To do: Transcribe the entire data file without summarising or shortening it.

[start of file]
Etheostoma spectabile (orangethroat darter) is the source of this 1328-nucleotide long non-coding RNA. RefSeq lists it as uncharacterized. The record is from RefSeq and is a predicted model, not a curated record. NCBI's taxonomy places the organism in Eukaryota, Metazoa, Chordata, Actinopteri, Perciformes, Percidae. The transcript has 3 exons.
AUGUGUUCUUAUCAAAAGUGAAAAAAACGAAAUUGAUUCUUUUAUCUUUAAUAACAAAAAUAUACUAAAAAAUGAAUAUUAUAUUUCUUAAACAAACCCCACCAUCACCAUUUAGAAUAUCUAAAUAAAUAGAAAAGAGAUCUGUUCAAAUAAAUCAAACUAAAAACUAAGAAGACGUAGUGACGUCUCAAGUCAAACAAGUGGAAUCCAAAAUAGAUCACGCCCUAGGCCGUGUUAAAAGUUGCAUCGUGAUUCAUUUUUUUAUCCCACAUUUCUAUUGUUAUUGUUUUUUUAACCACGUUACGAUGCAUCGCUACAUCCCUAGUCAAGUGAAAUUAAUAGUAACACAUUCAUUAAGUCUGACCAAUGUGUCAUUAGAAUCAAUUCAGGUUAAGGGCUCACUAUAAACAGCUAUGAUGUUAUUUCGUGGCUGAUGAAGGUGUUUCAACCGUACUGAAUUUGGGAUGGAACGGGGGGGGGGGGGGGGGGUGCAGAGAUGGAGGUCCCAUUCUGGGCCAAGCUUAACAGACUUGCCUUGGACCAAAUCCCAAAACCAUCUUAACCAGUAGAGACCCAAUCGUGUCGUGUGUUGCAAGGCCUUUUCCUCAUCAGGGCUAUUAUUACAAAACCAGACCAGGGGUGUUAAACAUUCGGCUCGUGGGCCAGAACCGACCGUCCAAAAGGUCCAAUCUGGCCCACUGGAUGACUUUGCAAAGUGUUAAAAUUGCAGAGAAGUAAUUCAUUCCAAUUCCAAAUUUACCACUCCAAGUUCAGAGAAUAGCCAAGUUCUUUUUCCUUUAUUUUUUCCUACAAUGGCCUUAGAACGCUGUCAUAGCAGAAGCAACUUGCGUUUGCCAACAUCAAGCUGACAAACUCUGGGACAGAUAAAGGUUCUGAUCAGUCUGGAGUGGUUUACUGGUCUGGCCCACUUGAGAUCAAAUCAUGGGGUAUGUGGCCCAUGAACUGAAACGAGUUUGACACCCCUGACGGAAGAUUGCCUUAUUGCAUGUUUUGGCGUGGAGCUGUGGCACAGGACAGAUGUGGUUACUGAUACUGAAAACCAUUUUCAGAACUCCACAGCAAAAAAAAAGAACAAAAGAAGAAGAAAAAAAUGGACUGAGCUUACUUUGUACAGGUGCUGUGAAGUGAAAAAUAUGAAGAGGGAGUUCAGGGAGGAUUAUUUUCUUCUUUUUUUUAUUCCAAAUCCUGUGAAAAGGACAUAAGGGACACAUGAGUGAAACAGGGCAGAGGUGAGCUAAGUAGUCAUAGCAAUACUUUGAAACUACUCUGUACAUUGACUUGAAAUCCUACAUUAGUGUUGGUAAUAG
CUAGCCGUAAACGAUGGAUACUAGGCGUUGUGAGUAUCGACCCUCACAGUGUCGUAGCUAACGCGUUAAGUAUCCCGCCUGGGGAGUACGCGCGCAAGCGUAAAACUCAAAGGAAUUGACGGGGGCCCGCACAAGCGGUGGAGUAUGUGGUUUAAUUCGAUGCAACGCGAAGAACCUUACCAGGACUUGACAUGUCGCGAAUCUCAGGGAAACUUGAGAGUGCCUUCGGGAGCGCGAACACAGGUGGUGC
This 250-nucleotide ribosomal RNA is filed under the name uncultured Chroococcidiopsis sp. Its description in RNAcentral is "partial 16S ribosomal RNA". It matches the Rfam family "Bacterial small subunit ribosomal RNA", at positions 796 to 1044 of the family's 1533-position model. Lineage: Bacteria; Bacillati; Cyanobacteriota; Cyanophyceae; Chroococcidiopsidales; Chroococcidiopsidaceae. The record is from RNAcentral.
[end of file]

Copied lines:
Etheostoma spectabile (orangethroat darter) is the source of this 1328-nucleotide long non-coding RNA. RefSeq lists it as uncharacterized. The record is from RefSeq and is a predicted model, not a curated record. NCBI's taxonomy places the organism in Eukaryota, Metazoa, Chordata, Actinopteri, Perciformes, Percidae. The transcript has 3 exons.
AUGUGUUCUUAUCAAAAGUGAAAAAAACGAAAUUGAUUCUUUUAUCUUUAAUAACAAAAAUAUACUAAAAAAUGAAUAUUAUAUUUCUUAAACAAACCCCACCAUCACCAUUUAGAAUAUCUAAAUAAAUAGAAAAGAGAUCUGUUCAAAUAAAUCAAACUAAAAACUAAGAAGACGUAGUGACGUCUCAAGUCAAACAAGUGGAAUCCAAAAUAGAUCACGCCCUAGGCCGUGUUAAAAGUUGCAUCGUGAUUCAUUUUUUUAUCCCACAUUUCUAUUGUUAUUGUUUUUUUAACCACGUUACGAUGCAUCGCUACAUCCCUAGUCAAGUGAAAUUAAUAGUAACACAUUCAUUAAGUCUGACCAAUGUGUCAUUAGAAUCAAUUCAGGUUAAGGGCUCACUAUAAACAGCUAUGAUGUUAUUUCGUGGCUGAUGAAGGUGUUUCAACCGUACUGAAUUUGGGAUGGAACGGGGGGGGGGGGGGGGGGUGCAGAGAUGGAGGUCCCAUUCUGGGCCAAGCUUAACAGACUUGCCUUGGACCAAAUCCCAAAACCAUCUUAACCAGUAGAGACCCAAUCGUGUCGUGUGUUGCAAGGCCUUUUCCUCAUCAGGGCUAUUAUUACAAAACCAGACCAGGGGUGUUAAACAUUCGGCUCGUGGGCCAGAACCGACCGUCCAAAAGGUCCAAUCUGGCCCACUGGAUGACUUUGCAAAGUGUUAAAAUUGCAGAGAAGUAAUUCAUUCCAAUUCCAAAUUUACCACUCCAAGUUCAGAGAAUAGCCAAGUUCUUUUUCCUUUAUUUUUUCCUACAAUGGCCUUAGAACGCUGUCAUAGCAGAAGCAACUUGCGUUUGCCAACAUCAAGCUGACAAACUCUGGGACAGAUAAAGGUUCUGAUCAGUCUGGAGUGGUUUACUGGUCUGGCCCACUUGAGAUCAAAUCAUGGGGUAUGUGGCCCAUGAACUGAAACGAGUUUGACACCCCUGACGGAAGAUUGCCUUAUUGCAUGUUUUGGCGUGGAGCUGUGGCACAGGACAGAUGUGGUUACUGAUACUGAAAACCAUUUUCAGAACUCCACAGCAAAAAAAAAGAACAAAAGAAGAAGAAAAAAAUGGACUGAGCUUACUUUGUACAGGUGCUGUGAAGUGAAAAAUAUGAAGAGGGAGUUCAGGGAGGAUUAUUUUCUUCUUUUUUUUAUUCCAAAUCCUGUGAAAAGGACAUAAGGGACACAUGAGUGAAACAGGGCAGAGGUGAGCUAAGUAGUCAUAGCAAUACUUUGAAACUACUCUGUACAUUGACUUGAAAUCCUACAUUAGUGUUGGUAAUAG
CUAGCCGUAAACGAUGGAUACUAGGCGUUGUGAGUAUCGACCCUCACAGUGUCGUAGCUAACGCGUUAAGUAUCCCGCCUGGGGAGUACGCGCGCAAGCGUAAAACUCAAAGGAAUUGACGGGGGCCCGCACAAGCGGUGGAGUAUGUGGUUUAAUUCGAUGCAACGCGAAGAACCUUACCAGGACUUGACAUGUCGCGAAUCUCAGGGAAACUUGAGAGUGCCUUCGGGAGCGCGAACACAGGUGGUGC
This 250-nucleotide ribosomal RNA is filed under the name uncultured Chroococcidiopsis sp. Its description in RNAcentral is "partial 16S ribosomal RNA". It matches the Rfam family "Bacterial small subunit ribosomal RNA", at positions 796 to 1044 of the family's 1533-position model. Lineage: Bacteria; Bacillati; Cyanobacteriota; Cyanophyceae; Chroococcidiopsidales; Chroococcidiopsidaceae. The record is from RNAcentral.